For those that are of the Inside, the Outside is an evil thing. It is everything that Inside is not. A pressure of the mind, tightened thoughts, near-bursting blood vessels of the brain. The Outside is a slow ache. Unwanted. It is work. It is tedium, and nervousness. It is the rustling of leaves in the obscurity of twilight. A nervous ticking taps at the nape of our necks, coldly, clicking, reminding us of everything that shouldn’t be and yet still is. Unresolved childhoods. Deadlines. Necessary things that were we not to worry over we would smile just a little bit more each day. Deep lines in our foreheads and darkness under our aching eyes. Necessary things. The roots of all evil, entangling our lives in their dead brown claw-like tendrils.


9

Marie awoke from a restless sleep. She remembered a flickering of images, and trying to read words and strange symbols from random scattering pages. The more she tried to remember what she had seen, the less she could actually recall. She shook her head, and sat up on the edge of her bed. Marie was glad to have the day off from work; she didn’t want to wait to figure out what Rún was talking about. She took a quick shower, got dressed, had a bite to eat, then went and stood outside of her doorway.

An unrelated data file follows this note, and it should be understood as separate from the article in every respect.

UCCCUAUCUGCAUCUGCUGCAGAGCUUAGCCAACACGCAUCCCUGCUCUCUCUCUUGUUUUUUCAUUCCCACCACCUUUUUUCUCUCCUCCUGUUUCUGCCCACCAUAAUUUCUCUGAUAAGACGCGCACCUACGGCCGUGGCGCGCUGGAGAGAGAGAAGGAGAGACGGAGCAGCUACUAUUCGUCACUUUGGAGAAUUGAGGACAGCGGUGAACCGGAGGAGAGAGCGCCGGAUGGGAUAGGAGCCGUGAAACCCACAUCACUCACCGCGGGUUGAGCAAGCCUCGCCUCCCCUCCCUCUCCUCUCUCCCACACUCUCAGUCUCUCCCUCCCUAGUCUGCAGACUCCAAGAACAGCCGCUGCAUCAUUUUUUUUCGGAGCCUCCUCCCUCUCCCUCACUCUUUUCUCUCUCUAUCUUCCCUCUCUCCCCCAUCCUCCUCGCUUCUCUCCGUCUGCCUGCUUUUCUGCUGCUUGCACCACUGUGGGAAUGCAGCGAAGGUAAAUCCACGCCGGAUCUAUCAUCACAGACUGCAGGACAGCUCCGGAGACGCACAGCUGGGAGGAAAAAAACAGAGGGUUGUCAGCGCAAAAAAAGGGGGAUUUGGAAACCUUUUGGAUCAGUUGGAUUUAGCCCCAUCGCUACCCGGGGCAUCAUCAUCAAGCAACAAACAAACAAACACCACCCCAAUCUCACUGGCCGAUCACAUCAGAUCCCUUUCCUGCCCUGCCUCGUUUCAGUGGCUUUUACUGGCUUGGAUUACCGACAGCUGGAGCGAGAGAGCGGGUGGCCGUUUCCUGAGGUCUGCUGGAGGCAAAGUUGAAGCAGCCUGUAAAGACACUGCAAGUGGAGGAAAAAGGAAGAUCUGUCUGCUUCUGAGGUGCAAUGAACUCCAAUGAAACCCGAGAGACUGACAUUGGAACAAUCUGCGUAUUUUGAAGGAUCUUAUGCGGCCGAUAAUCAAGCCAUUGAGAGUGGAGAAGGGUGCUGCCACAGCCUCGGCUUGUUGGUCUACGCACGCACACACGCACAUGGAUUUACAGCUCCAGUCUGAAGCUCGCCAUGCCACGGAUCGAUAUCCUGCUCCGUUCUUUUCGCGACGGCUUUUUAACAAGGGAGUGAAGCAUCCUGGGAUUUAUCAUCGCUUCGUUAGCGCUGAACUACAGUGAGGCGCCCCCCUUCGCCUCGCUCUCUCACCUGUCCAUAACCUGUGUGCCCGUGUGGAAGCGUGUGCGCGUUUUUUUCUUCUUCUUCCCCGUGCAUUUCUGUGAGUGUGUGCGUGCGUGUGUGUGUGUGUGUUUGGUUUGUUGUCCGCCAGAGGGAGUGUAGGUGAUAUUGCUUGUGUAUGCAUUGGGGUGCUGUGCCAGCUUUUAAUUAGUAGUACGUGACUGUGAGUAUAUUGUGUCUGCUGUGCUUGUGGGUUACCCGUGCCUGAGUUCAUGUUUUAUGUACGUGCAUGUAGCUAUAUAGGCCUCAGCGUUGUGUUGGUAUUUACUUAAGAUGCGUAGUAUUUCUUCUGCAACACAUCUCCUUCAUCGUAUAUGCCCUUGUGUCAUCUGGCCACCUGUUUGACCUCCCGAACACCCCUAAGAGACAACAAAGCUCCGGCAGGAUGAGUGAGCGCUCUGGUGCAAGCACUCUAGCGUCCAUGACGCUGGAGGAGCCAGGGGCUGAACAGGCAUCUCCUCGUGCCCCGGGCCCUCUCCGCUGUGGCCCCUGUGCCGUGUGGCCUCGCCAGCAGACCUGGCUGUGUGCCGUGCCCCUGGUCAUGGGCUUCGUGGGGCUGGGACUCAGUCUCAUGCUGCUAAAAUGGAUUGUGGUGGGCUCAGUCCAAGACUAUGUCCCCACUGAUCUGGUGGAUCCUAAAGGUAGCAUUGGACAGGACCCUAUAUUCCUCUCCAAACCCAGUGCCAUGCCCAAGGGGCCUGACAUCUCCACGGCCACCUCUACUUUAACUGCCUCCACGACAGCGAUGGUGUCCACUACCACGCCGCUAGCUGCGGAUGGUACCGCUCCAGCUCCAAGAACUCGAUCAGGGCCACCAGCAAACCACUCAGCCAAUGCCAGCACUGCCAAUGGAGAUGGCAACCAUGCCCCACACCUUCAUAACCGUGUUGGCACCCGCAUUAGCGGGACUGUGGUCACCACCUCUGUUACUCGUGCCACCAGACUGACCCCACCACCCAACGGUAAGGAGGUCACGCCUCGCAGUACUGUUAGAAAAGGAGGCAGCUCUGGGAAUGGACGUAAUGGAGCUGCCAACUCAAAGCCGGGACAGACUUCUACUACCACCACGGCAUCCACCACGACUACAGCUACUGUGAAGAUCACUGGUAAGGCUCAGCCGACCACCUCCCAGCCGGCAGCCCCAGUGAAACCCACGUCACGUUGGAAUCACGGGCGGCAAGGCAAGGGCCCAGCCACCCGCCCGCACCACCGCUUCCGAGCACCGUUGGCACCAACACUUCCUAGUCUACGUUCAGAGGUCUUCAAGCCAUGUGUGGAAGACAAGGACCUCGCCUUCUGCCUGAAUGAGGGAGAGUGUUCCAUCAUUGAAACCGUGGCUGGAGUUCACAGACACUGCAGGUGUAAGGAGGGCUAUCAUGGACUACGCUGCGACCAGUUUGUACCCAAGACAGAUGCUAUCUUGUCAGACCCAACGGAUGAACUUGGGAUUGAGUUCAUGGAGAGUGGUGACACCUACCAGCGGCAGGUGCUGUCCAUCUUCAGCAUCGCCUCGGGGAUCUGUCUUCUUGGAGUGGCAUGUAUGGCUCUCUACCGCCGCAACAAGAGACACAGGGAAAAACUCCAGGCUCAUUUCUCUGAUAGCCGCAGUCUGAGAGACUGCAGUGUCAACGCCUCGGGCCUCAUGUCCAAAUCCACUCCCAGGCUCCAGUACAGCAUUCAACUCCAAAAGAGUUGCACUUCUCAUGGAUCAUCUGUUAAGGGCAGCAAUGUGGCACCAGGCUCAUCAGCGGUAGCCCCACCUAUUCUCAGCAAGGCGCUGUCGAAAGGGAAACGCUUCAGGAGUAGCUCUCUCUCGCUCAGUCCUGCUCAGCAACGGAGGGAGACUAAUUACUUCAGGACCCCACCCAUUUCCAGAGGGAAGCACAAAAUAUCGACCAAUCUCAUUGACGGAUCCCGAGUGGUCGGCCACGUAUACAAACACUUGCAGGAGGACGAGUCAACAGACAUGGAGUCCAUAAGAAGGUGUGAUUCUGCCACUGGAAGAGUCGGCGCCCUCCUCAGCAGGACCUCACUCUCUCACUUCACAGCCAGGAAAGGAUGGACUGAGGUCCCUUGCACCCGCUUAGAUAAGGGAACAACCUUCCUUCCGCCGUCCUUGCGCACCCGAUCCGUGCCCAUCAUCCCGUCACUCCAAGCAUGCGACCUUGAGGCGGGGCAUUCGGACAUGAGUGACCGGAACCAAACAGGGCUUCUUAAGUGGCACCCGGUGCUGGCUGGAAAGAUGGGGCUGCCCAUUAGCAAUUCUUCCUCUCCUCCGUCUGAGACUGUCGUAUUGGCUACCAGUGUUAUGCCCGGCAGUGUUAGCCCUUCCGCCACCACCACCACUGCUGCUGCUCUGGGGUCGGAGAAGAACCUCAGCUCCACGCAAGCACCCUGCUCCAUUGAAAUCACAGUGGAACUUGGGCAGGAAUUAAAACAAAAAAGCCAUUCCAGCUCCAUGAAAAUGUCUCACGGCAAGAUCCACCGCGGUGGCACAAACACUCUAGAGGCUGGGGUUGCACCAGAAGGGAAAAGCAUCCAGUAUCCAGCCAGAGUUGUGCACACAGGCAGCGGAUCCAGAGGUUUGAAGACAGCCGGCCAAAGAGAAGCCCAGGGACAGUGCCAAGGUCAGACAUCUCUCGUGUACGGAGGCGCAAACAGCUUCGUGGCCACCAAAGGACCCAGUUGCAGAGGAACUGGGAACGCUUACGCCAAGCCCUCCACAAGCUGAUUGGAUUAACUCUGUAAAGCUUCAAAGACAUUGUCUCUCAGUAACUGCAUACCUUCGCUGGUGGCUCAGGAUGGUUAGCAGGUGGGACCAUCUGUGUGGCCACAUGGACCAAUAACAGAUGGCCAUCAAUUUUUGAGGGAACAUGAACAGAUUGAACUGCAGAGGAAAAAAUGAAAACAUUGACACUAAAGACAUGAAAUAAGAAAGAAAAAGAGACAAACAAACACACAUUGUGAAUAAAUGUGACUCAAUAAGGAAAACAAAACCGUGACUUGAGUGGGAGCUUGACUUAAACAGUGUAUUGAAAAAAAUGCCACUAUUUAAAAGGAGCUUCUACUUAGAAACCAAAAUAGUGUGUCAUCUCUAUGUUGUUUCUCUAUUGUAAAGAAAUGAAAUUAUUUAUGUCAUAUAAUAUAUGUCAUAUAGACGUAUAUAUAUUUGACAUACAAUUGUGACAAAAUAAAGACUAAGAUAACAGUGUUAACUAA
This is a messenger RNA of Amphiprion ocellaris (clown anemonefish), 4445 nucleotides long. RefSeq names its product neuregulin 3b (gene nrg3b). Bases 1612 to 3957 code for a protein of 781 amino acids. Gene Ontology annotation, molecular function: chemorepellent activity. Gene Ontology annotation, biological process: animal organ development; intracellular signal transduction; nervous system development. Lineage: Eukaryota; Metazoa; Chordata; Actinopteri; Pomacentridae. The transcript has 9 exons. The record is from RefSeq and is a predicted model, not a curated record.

It was a dark morning – the clouds and the misted rain an obscurity over all – the horizon threatening worse to come with occasional flashes of light from afar. Marie shrugged at the weather, threw her sweatshirt’s hood over her head, and walked quickly across the street.

She stood on the sidewalk, blackened from the rain, and looked up at the house before her. It was a three story Victorian, painted sky blue, trim of a mismatched deep brown. She walked up the stone steps to the front door and hesitated. Marie was not the most social of people – she was an Inside person through and through. She had never actually reached out to meet any of her neighbors. Thus she had quite a bit of uncertainty regarding Rún’s “I think you know him there.” She sighed, brushed herself off, and after another few seconds pressed the doorbell.

After a moment, the door opened. An older, slightly rotund gentleman, with short white hair and wearing a blue polo shirt that exactly matched the color of his house stepped out onto the landing to greet Marie.

“Marie! How are you? What brings you here, across the way, as it were?”